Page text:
Asia-Pacific equities updates
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Hong Kong’s stock market wobbled on Thursday, leaving it on course for its worst week in more than a year, after Beijing’s intensifying clampdown on sectors from gambling to education knocked investor sentiment.
The Hang Seng index lost 1.5 per cent at the close. Casino group Sands China was among the biggest fallers for the second day in a slide triggered by efforts from Macau’s government to tighten oversight of the industry. The Hang Seng gauge has shed almost 6 per cent this week, leaving it on track for its worst run since the market tumult in March last year.
The Hang Seng Tech index, spanning another industry under heightened scrutiny, ended the day in Asia down 1 per cent. The CSI 300 index of mainland Chinese stocks slipped 1.2 per cent.
Despite the simmering concerns, some analysts and investors remain constructive on China and Hong Kong, two of the world’s biggest emerging capital markets.
“We see this as a correction that we didn’t expect”, said Luca Paolini, chief strategist at Pictet Asset Management, “but it doesn’t change fundamentally the picture for China in the long term”.
Earlier this week, debt-laden Chinese housebuilder Evergrande brought in restructuring advisers in the face of a liquidity crunch. A “messy default” for Evergrande “would definitely change at least our tactical view on China”, said Paolini.
“I don’t see this happening”, he said, “and I think the government will do all they can not to bail them out, but to make sure that it doesn’t have implications for the rest of the market.”
The drop in Chinese equities did not ripple through to European markets on Thursday. The Europe-wide Stoxx 600 edged up 0.6 per cent in morning trading. The Dax in Germany was up 0.7 per cent, while the CAC 40 in France rose 0.6 per cent. London’s FTSE 100 index gained 0.4 per cent, led by travel stocks including easyJet and Ryanair amid optimism about tourism and vaccination rates.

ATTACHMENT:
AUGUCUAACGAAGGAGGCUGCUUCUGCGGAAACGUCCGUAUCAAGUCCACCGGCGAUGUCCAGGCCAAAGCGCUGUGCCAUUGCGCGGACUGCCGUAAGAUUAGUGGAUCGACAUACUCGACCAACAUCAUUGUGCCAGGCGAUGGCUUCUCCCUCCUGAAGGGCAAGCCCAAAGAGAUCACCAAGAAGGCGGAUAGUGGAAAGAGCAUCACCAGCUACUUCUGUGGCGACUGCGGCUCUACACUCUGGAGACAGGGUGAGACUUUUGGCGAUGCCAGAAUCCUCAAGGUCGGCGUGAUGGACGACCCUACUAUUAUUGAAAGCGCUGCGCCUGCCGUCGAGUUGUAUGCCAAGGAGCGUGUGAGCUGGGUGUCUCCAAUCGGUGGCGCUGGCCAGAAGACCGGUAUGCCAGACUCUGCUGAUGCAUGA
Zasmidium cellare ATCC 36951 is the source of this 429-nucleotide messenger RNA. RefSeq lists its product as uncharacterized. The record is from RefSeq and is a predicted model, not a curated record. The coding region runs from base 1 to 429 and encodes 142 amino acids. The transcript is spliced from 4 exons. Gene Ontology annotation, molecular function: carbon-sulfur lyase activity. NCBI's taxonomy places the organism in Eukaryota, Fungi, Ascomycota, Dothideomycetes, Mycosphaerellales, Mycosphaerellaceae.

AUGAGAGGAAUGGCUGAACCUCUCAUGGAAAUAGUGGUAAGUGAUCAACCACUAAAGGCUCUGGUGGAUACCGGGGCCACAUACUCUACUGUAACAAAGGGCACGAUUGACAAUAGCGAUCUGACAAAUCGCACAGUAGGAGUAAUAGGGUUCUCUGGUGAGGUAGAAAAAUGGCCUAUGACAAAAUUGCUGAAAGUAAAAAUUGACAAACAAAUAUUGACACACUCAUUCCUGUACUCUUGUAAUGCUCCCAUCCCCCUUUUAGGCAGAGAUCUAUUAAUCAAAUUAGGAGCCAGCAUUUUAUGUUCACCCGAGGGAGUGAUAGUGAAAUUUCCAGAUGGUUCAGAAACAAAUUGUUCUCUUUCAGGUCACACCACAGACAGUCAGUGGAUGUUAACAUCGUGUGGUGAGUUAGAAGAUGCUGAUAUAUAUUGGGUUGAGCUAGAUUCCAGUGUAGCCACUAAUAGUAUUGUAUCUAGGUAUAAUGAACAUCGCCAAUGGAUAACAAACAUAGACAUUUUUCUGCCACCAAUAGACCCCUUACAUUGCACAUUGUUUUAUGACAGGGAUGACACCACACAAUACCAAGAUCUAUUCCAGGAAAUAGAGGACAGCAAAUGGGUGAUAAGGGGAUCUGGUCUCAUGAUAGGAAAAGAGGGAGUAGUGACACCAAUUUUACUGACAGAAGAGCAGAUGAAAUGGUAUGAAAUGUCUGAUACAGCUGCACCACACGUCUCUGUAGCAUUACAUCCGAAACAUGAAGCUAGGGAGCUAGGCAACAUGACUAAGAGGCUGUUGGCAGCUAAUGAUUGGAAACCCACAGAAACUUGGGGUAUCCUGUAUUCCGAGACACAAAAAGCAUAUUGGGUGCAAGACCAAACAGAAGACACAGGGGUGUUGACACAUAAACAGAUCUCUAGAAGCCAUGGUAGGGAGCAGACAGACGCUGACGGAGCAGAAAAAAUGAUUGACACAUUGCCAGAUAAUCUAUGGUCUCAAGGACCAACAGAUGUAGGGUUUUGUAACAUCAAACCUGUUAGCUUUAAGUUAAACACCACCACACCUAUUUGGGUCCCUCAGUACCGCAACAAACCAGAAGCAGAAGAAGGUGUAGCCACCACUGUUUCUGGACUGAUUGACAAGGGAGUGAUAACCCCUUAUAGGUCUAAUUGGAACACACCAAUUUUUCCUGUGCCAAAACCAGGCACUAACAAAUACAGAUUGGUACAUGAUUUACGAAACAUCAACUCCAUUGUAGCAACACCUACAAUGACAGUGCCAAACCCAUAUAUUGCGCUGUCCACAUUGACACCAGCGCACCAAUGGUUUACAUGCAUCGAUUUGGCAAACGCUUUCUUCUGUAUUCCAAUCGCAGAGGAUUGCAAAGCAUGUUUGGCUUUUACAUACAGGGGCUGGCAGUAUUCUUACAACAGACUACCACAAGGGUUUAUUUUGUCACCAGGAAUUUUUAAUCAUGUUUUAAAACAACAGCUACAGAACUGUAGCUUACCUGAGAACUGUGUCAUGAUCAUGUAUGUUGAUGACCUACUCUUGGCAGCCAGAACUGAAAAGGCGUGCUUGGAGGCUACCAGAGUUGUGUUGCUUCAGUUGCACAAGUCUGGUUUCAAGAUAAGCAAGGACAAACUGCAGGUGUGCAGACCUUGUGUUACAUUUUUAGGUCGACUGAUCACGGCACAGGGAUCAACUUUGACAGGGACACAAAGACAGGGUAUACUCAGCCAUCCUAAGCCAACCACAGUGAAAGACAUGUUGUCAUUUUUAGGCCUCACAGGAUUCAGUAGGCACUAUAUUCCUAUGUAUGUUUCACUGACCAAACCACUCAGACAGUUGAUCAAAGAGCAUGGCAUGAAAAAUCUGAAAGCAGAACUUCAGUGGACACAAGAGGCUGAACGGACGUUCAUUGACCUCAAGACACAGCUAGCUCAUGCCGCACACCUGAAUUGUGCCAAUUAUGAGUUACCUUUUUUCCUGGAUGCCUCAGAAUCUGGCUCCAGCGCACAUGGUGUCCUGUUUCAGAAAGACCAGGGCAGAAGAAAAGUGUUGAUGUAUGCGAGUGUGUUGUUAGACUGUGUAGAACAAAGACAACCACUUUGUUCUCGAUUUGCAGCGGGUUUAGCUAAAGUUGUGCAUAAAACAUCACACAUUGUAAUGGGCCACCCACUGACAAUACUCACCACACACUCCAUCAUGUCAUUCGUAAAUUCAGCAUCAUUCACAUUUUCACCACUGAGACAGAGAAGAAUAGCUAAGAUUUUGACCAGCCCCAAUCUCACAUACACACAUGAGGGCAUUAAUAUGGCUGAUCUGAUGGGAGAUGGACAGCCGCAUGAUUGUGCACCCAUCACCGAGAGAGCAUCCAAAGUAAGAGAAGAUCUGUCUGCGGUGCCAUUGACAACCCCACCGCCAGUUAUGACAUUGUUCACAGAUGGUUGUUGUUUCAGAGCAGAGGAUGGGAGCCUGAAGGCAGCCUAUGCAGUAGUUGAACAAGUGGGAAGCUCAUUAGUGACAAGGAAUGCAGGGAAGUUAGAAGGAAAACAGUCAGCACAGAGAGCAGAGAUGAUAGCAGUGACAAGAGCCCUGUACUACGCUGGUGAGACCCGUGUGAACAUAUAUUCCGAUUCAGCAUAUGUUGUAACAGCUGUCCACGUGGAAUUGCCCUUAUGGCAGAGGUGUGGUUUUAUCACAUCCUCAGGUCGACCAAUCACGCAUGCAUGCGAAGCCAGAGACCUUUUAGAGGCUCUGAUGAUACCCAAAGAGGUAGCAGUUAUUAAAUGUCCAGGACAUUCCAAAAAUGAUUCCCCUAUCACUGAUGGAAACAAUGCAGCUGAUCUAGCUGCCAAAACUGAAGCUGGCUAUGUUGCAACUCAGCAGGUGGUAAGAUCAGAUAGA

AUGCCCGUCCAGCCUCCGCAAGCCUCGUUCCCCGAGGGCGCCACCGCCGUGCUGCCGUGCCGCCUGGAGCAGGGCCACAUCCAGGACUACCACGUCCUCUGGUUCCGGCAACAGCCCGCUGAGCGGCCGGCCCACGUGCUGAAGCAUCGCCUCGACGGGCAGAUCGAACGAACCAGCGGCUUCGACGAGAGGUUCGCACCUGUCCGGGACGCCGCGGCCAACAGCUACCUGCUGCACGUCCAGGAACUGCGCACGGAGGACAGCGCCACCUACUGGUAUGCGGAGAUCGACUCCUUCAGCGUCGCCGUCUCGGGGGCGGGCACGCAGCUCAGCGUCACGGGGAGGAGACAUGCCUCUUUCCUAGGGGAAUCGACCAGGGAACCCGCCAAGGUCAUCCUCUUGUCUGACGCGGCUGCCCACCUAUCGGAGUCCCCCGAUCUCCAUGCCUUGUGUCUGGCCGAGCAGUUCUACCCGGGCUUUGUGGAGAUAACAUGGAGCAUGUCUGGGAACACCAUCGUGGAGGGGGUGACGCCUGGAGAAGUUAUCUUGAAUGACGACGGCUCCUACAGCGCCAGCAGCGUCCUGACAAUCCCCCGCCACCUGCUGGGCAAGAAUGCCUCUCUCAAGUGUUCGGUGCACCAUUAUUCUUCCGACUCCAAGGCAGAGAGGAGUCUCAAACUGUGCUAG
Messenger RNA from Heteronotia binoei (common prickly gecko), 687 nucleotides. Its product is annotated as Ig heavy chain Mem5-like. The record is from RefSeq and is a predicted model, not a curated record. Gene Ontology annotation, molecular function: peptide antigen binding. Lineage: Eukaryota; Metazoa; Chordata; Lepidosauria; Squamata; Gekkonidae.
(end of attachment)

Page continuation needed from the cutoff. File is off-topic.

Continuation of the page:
“I don’t expect anything dramatic in the next few days [in Europe]”, Paolini said, although he anticipated a stronger focus on the upcoming German election. Noting that Europe was “doing better than elsewhere on the pandemic side”, he said he did not perceive “anything significant in the short-term that can change the favourable momentum that we see” in the region.
Futures contracts that track Wall Street’s S&P 500 index signalled that the blue-chip index would open flat. Those on the tech-heavy Nasdaq 100 index also held steady.
In debt markets, the yield on the US 10-year Treasury note was flat at 1.3 per cent. The yield on the German 10-year Bund was also steady on Thursday morning. The oil benchmark Brent crude was flat at $75.46 per barrel, having rallied this week as Hurricane Ida led to the closure of US refineries.
The dollar index, measuring the greenback against six other currencies, ticked up 0.13 per cent. Sterling edged down 0.09 per cent against the dollar to fetch $1.38.